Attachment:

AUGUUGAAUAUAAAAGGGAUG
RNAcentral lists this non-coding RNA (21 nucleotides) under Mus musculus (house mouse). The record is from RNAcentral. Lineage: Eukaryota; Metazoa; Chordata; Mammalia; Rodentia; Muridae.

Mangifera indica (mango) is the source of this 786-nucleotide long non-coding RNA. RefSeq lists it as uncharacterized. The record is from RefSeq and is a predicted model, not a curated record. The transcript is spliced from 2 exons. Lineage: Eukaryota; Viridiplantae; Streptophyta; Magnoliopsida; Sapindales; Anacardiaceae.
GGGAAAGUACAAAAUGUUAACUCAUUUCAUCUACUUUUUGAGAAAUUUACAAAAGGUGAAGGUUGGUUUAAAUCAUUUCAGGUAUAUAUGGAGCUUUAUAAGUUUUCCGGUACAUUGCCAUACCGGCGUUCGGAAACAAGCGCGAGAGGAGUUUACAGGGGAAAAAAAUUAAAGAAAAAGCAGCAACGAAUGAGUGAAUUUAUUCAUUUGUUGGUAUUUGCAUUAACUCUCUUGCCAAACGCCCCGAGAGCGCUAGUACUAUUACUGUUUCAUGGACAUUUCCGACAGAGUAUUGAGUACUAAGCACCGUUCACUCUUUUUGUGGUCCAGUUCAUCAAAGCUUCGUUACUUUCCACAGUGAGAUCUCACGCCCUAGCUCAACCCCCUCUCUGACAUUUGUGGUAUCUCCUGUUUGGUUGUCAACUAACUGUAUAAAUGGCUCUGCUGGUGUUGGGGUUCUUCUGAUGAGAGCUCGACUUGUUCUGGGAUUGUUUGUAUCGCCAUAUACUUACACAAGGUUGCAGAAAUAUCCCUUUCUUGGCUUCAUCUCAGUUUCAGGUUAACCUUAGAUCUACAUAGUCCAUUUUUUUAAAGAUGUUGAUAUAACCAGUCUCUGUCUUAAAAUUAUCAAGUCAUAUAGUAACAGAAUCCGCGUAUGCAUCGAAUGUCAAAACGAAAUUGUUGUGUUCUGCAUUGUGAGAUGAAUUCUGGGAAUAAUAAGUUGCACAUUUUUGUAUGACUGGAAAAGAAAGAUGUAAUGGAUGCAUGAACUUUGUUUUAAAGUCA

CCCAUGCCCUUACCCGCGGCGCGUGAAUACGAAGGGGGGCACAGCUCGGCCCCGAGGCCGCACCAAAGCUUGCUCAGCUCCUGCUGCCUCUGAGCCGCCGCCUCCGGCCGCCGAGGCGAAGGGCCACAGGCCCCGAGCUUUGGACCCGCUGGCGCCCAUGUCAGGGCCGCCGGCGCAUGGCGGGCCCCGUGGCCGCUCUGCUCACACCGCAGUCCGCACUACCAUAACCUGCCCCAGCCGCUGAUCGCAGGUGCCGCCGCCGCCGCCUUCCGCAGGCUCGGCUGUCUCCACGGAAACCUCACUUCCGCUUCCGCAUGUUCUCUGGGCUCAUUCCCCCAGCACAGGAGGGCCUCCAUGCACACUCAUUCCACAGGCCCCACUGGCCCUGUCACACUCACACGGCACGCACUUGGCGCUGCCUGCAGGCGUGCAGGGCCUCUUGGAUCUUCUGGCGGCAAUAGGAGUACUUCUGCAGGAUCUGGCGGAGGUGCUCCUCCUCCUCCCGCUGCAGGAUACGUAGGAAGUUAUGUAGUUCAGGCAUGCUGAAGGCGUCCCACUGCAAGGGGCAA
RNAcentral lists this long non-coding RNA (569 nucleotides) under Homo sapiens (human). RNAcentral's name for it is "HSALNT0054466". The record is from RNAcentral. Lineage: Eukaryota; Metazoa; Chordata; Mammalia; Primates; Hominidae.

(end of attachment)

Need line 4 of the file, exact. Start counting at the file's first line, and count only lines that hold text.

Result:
GGGAAAGUACAAAAUGUUAACUCAUUUCAUCUACUUUUUGAGAAAUUUACAAAAGGUGAAGGUUGGUUUAAAUCAUUUCAGGUAUAUAUGGAGCUUUAUAAGUUUUCCGGUACAUUGCCAUACCGGCGUUCGGAAACAAGCGCGAGAGGAGUUUACAGGGGAAAAAAAUUAAAGAAAAAGCAGCAACGAAUGAGUGAAUUUAUUCAUUUGUUGGUAUUUGCAUUAACUCUCUUGCCAAACGCCCCGAGAGCGCUAGUACUAUUACUGUUUCAUGGACAUUUCCGACAGAGUAUUGAGUACUAAGCACCGUUCACUCUUUUUGUGGUCCAGUUCAUCAAAGCUUCGUUACUUUCCACAGUGAGAUCUCACGCCCUAGCUCAACCCCCUCUCUGACAUUUGUGGUAUCUCCUGUUUGGUUGUCAACUAACUGUAUAAAUGGCUCUGCUGGUGUUGGGGUUCUUCUGAUGAGAGCUCGACUUGUUCUGGGAUUGUUUGUAUCGCCAUAUACUUACACAAGGUUGCAGAAAUAUCCCUUUCUUGGCUUCAUCUCAGUUUCAGGUUAACCUUAGAUCUACAUAGUCCAUUUUUUUAAAGAUGUUGAUAUAACCAGUCUCUGUCUUAAAAUUAUCAAGUCAUAUAGUAACAGAAUCCGCGUAUGCAUCGAAUGUCAAAACGAAAUUGUUGUGUUCUGCAUUGUGAGAUGAAUUCUGGGAAUAAUAAGUUGCACAUUUUUGUAUGACUGGAAAAGAAAGAUGUAAUGGAUGCAUGAACUUUGUUUUAAAGUCA